Our Village

The fort beside the port

Burgh-next-Aylsham was once part of a thriving industrial centre beside a port with maritime links.

The village name comes from the Old English word "Burh", meaning a fort. It is known there was a Roman settlement at neighbouring Brampton - a small town sited within a defensive ditch, which today is a gently rolling arable field but was then a bustling industrial centre and port with maritime links to the rest of the empire. It is thought that St Mary's church stands near where the Roman fort guarded the route between Caister on the coast to the Norfolk Fens.

The area has been occupied since at least the Stone Age and, apart from the Roman occupation, there is evidence of an eighth century Saxon settlement on the field between Church Lane and The Street. It was held by a freewoman called Merwynn before 1066 and by the King after the Conquest. And a mile upstream was the moated site of Round Hill, a royal manor held from 1281 by Queen Eleanor, wife of Edward 1.

A walk round the village would retrace steps once taken by peasants who, in the 1381 revolt, attacked the manor house of William Ufford, Earl of Suffolk, in protest at Parliament capping wages to what they had been before the Black Death of 1348. By the mid-19th century, this walk would have taken you past the homes of the school mistress, a shoemaker, two shopkeepers (one who doubled as another shoemaker), a victualler who kept the Fighting Cocks pub, a blacksmith, who also sold beer, a wheelwright, a miller and, of course, a farmer.

All these services are no more thanks to the advent of the motor car. But the buildings remain.

Today, you can sense the ghosts of the old villagers as you walk around their old homes.
The Street - or the "spine" of the village - which runs in a straight line east of the river crossing, is lined with traditional red brick, Flemish gables, and flint houses as well as more modern additions. The historic and listed buildings dotted about the village along with the site of the Saxon settlement make the place a natural conservation area.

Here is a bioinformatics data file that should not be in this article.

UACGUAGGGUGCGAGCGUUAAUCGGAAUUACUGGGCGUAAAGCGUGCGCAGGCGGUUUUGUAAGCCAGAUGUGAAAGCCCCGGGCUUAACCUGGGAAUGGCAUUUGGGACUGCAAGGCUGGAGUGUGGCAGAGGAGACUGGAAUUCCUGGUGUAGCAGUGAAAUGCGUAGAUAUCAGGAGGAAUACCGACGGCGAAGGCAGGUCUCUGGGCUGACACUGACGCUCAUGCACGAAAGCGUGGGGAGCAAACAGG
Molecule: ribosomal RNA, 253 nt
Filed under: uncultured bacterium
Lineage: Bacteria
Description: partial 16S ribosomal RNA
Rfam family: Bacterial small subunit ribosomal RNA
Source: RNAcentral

Reminders of a grimmer past are also visible. The four second world war anti-tank concrete blocks on the west bank by the bridge; the granite war memorial at the cross roads; and the modern Reading Room (village hall ) which replaced the old wooden hut built after the first world war for the use of returning servicemen.
But it is the river that defines Burgh. In its time, the Bure was navigable from Aylsham to Great Yarmouth 31 miles away but it silted up over the years. In 1779, the Aylsham Navigation was opened between Coltishall and Aylsham. It came into its own during the agricultural and industrial revolutions of the late 18th and 19th centuries. The main traffic was agricultural produce and flour along with coal, timber, bricks and marl. At one time, up to 26 wherries traded along this section of the River Bure.

But it fell into decline after the arrival of the railways in Aylsham in the 19th century. It was still navigable through Burgh until 1912 when wherries would sail to the mill at Aylsham. Brampton itself had a staithe (landing place) and at least one wherry was based here. But it all ended after the disastrous great flood of August 1912.

Today, it is thriving once again. Downstream, it is probably the busiest river in Britain, as thousands of visitors on leisure boats each year discover the delights of the Broads.

Meanwhile, at Burgh, it laps lazily along, past the giant, evenly-spaced willow trees, and across the meadows nudging the swans up and down as it meanders gently to the faraway sea.

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